December 6, 2005
Wikipedia Vandalism is Debated
Wikipedia is an interesting encyclopedic resource in that it is managed by volunteers who create and edit articles. Anyone can contribute and can do so anonymously. But what happens when anonymous editors get it wrong? Or, more importantly, get it wrong deliberately? That question was raised by journalist John Seigenthaler when contributors posted information claiming he'd been implicated in the assassinations of John and Robert Kennedy. Other statements labeled him a Nazi along with other false accusations.
Jimmy Wales, founder of Wikipedia, will now require registration to create articles, but not to edit existing articles. Essentially, this action will likely limit the number of new articles but will not necessarily affect the contribution of false or misleading information getting into the site. With fewer articles, regular volunteers should be better able to police the site for wrong information.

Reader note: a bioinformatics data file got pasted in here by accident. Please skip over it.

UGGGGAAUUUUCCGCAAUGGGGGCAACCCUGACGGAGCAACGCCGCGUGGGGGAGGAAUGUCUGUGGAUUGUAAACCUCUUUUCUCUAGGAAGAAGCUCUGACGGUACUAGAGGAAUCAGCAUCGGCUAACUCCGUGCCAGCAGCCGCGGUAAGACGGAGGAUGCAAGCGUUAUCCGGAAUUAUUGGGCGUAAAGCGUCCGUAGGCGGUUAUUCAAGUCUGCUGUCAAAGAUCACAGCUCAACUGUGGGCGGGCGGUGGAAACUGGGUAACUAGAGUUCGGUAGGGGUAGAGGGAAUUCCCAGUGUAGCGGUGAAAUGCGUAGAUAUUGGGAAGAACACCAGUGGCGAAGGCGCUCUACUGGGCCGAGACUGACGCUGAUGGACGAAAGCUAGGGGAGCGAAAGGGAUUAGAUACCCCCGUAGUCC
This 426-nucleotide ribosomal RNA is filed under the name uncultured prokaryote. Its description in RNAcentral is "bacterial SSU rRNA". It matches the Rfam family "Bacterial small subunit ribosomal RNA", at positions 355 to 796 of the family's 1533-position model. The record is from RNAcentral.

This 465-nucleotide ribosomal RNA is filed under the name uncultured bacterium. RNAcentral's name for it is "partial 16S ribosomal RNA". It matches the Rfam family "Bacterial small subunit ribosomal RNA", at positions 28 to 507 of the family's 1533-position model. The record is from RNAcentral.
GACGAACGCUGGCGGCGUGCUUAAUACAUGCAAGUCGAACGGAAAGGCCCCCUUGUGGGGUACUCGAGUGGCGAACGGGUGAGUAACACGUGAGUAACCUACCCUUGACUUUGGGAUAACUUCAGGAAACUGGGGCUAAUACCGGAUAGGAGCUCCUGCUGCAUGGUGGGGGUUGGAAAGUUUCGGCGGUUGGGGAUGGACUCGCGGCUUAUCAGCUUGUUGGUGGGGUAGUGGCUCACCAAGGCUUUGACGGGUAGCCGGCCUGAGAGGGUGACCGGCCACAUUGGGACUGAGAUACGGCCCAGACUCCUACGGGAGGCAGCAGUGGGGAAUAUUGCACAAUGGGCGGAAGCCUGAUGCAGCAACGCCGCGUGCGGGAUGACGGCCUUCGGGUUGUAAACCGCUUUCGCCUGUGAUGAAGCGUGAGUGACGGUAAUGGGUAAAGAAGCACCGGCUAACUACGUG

Siegenthaler is the founding editor of USA Today and a former president of the American Society of Newspaper Editors. He wrote an op-ed piece in USA Today about the false information which prompted changes to his entry.
There's a lot of discussion on the web about the value of Wikipedia ranging from praising it for pulling together collective wisdom to being horribly inaccurate for even simple things. Episodes such as this have to be a factor in the site's credibility.
December 6, 2005 | Permalink
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